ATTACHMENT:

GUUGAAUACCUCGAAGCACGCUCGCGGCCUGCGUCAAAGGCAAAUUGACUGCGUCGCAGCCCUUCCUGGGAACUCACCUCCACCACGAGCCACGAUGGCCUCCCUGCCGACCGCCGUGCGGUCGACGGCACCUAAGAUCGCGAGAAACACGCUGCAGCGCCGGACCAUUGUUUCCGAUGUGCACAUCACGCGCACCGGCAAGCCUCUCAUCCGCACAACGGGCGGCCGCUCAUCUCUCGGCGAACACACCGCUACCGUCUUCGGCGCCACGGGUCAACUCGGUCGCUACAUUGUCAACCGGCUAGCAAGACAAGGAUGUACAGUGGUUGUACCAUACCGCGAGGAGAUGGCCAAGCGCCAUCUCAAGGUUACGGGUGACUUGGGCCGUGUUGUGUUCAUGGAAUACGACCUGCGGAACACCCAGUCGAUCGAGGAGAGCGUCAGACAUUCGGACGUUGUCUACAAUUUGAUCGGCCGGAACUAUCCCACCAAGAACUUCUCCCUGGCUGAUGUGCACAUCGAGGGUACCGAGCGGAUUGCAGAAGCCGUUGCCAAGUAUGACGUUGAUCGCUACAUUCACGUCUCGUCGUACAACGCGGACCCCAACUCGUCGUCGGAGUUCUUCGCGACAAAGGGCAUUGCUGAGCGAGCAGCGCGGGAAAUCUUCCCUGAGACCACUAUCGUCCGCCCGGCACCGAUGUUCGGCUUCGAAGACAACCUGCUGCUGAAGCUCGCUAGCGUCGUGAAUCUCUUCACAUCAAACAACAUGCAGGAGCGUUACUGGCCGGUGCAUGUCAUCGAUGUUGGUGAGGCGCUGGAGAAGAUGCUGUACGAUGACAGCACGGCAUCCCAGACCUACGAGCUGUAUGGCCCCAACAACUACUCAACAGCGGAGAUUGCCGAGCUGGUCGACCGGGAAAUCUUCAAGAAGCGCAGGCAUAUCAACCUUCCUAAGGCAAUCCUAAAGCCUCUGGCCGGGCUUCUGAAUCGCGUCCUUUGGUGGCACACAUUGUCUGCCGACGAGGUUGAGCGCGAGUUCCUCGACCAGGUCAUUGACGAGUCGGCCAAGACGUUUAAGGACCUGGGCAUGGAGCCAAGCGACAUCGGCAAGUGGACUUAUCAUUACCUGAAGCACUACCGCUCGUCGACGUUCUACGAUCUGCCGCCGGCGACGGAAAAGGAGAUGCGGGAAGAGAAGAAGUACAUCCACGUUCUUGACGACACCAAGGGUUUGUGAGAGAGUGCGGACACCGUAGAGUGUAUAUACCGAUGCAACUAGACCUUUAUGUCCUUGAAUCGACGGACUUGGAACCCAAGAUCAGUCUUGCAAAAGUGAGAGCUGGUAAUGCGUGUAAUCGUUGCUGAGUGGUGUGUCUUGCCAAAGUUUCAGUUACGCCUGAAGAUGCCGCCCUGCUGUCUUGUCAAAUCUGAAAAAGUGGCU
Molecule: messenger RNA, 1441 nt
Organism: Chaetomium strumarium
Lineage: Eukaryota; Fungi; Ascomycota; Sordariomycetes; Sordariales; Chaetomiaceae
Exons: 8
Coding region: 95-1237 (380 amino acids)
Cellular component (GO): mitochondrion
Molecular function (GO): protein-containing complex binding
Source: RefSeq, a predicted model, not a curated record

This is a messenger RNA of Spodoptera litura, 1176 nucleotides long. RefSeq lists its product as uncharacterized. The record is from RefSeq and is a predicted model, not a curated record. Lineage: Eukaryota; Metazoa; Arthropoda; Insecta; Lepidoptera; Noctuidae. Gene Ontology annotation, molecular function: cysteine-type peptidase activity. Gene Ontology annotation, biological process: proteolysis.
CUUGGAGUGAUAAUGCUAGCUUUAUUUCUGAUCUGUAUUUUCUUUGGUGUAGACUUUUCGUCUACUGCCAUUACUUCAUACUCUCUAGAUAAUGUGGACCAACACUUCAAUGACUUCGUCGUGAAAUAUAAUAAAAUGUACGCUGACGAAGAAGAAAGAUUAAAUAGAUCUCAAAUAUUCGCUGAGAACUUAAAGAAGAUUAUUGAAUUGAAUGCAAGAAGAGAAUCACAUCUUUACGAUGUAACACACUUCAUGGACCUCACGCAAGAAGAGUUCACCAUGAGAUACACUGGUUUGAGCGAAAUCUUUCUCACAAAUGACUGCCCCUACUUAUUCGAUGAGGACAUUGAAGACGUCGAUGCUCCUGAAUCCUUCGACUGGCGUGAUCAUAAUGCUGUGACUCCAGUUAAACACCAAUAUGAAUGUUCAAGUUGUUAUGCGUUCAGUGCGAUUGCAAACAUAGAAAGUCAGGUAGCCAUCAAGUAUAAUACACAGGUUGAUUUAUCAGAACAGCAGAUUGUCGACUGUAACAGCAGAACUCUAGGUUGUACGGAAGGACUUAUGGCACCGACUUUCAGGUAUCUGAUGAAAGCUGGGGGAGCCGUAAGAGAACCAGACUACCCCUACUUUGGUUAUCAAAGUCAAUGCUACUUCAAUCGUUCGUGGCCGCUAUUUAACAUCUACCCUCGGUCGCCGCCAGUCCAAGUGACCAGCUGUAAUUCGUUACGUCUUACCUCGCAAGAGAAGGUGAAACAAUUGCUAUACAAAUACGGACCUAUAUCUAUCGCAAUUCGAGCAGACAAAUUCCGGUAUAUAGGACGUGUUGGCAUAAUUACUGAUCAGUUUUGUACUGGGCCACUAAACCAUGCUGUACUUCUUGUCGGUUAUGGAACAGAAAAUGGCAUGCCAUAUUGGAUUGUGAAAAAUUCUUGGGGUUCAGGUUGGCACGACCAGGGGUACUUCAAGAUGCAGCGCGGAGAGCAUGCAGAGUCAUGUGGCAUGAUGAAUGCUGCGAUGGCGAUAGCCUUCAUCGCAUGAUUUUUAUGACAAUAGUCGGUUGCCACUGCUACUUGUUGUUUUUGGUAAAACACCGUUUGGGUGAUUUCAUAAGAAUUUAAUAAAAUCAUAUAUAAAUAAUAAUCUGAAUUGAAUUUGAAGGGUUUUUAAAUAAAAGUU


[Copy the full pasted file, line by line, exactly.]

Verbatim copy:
GUUGAAUACCUCGAAGCACGCUCGCGGCCUGCGUCAAAGGCAAAUUGACUGCGUCGCAGCCCUUCCUGGGAACUCACCUCCACCACGAGCCACGAUGGCCUCCCUGCCGACCGCCGUGCGGUCGACGGCACCUAAGAUCGCGAGAAACACGCUGCAGCGCCGGACCAUUGUUUCCGAUGUGCACAUCACGCGCACCGGCAAGCCUCUCAUCCGCACAACGGGCGGCCGCUCAUCUCUCGGCGAACACACCGCUACCGUCUUCGGCGCCACGGGUCAACUCGGUCGCUACAUUGUCAACCGGCUAGCAAGACAAGGAUGUACAGUGGUUGUACCAUACCGCGAGGAGAUGGCCAAGCGCCAUCUCAAGGUUACGGGUGACUUGGGCCGUGUUGUGUUCAUGGAAUACGACCUGCGGAACACCCAGUCGAUCGAGGAGAGCGUCAGACAUUCGGACGUUGUCUACAAUUUGAUCGGCCGGAACUAUCCCACCAAGAACUUCUCCCUGGCUGAUGUGCACAUCGAGGGUACCGAGCGGAUUGCAGAAGCCGUUGCCAAGUAUGACGUUGAUCGCUACAUUCACGUCUCGUCGUACAACGCGGACCCCAACUCGUCGUCGGAGUUCUUCGCGACAAAGGGCAUUGCUGAGCGAGCAGCGCGGGAAAUCUUCCCUGAGACCACUAUCGUCCGCCCGGCACCGAUGUUCGGCUUCGAAGACAACCUGCUGCUGAAGCUCGCUAGCGUCGUGAAUCUCUUCACAUCAAACAACAUGCAGGAGCGUUACUGGCCGGUGCAUGUCAUCGAUGUUGGUGAGGCGCUGGAGAAGAUGCUGUACGAUGACAGCACGGCAUCCCAGACCUACGAGCUGUAUGGCCCCAACAACUACUCAACAGCGGAGAUUGCCGAGCUGGUCGACCGGGAAAUCUUCAAGAAGCGCAGGCAUAUCAACCUUCCUAAGGCAAUCCUAAAGCCUCUGGCCGGGCUUCUGAAUCGCGUCCUUUGGUGGCACACAUUGUCUGCCGACGAGGUUGAGCGCGAGUUCCUCGACCAGGUCAUUGACGAGUCGGCCAAGACGUUUAAGGACCUGGGCAUGGAGCCAAGCGACAUCGGCAAGUGGACUUAUCAUUACCUGAAGCACUACCGCUCGUCGACGUUCUACGAUCUGCCGCCGGCGACGGAAAAGGAGAUGCGGGAAGAGAAGAAGUACAUCCACGUUCUUGACGACACCAAGGGUUUGUGAGAGAGUGCGGACACCGUAGAGUGUAUAUACCGAUGCAACUAGACCUUUAUGUCCUUGAAUCGACGGACUUGGAACCCAAGAUCAGUCUUGCAAAAGUGAGAGCUGGUAAUGCGUGUAAUCGUUGCUGAGUGGUGUGUCUUGCCAAAGUUUCAGUUACGCCUGAAGAUGCCGCCCUGCUGUCUUGUCAAAUCUGAAAAAGUGGCU
Molecule: messenger RNA, 1441 nt
Organism: Chaetomium strumarium
Lineage: Eukaryota; Fungi; Ascomycota; Sordariomycetes; Sordariales; Chaetomiaceae
Exons: 8
Coding region: 95-1237 (380 amino acids)
Cellular component (GO): mitochondrion
Molecular function (GO): protein-containing complex binding
Source: RefSeq, a predicted model, not a curated record

This is a messenger RNA of Spodoptera litura, 1176 nucleotides long. RefSeq lists its product as uncharacterized. The record is from RefSeq and is a predicted model, not a curated record. Lineage: Eukaryota; Metazoa; Arthropoda; Insecta; Lepidoptera; Noctuidae. Gene Ontology annotation, molecular function: cysteine-type peptidase activity. Gene Ontology annotation, biological process: proteolysis.
CUUGGAGUGAUAAUGCUAGCUUUAUUUCUGAUCUGUAUUUUCUUUGGUGUAGACUUUUCGUCUACUGCCAUUACUUCAUACUCUCUAGAUAAUGUGGACCAACACUUCAAUGACUUCGUCGUGAAAUAUAAUAAAAUGUACGCUGACGAAGAAGAAAGAUUAAAUAGAUCUCAAAUAUUCGCUGAGAACUUAAAGAAGAUUAUUGAAUUGAAUGCAAGAAGAGAAUCACAUCUUUACGAUGUAACACACUUCAUGGACCUCACGCAAGAAGAGUUCACCAUGAGAUACACUGGUUUGAGCGAAAUCUUUCUCACAAAUGACUGCCCCUACUUAUUCGAUGAGGACAUUGAAGACGUCGAUGCUCCUGAAUCCUUCGACUGGCGUGAUCAUAAUGCUGUGACUCCAGUUAAACACCAAUAUGAAUGUUCAAGUUGUUAUGCGUUCAGUGCGAUUGCAAACAUAGAAAGUCAGGUAGCCAUCAAGUAUAAUACACAGGUUGAUUUAUCAGAACAGCAGAUUGUCGACUGUAACAGCAGAACUCUAGGUUGUACGGAAGGACUUAUGGCACCGACUUUCAGGUAUCUGAUGAAAGCUGGGGGAGCCGUAAGAGAACCAGACUACCCCUACUUUGGUUAUCAAAGUCAAUGCUACUUCAAUCGUUCGUGGCCGCUAUUUAACAUCUACCCUCGGUCGCCGCCAGUCCAAGUGACCAGCUGUAAUUCGUUACGUCUUACCUCGCAAGAGAAGGUGAAACAAUUGCUAUACAAAUACGGACCUAUAUCUAUCGCAAUUCGAGCAGACAAAUUCCGGUAUAUAGGACGUGUUGGCAUAAUUACUGAUCAGUUUUGUACUGGGCCACUAAACCAUGCUGUACUUCUUGUCGGUUAUGGAACAGAAAAUGGCAUGCCAUAUUGGAUUGUGAAAAAUUCUUGGGGUUCAGGUUGGCACGACCAGGGGUACUUCAAGAUGCAGCGCGGAGAGCAUGCAGAGUCAUGUGGCAUGAUGAAUGCUGCGAUGGCGAUAGCCUUCAUCGCAUGAUUUUUAUGACAAUAGUCGGUUGCCACUGCUACUUGUUGUUUUUGGUAAAACACCGUUUGGGUGAUUUCAUAAGAAUUUAAUAAAAUCAUAUAUAAAUAAUAAUCUGAAUUGAAUUUGAAGGGUUUUUAAAUAAAAGUU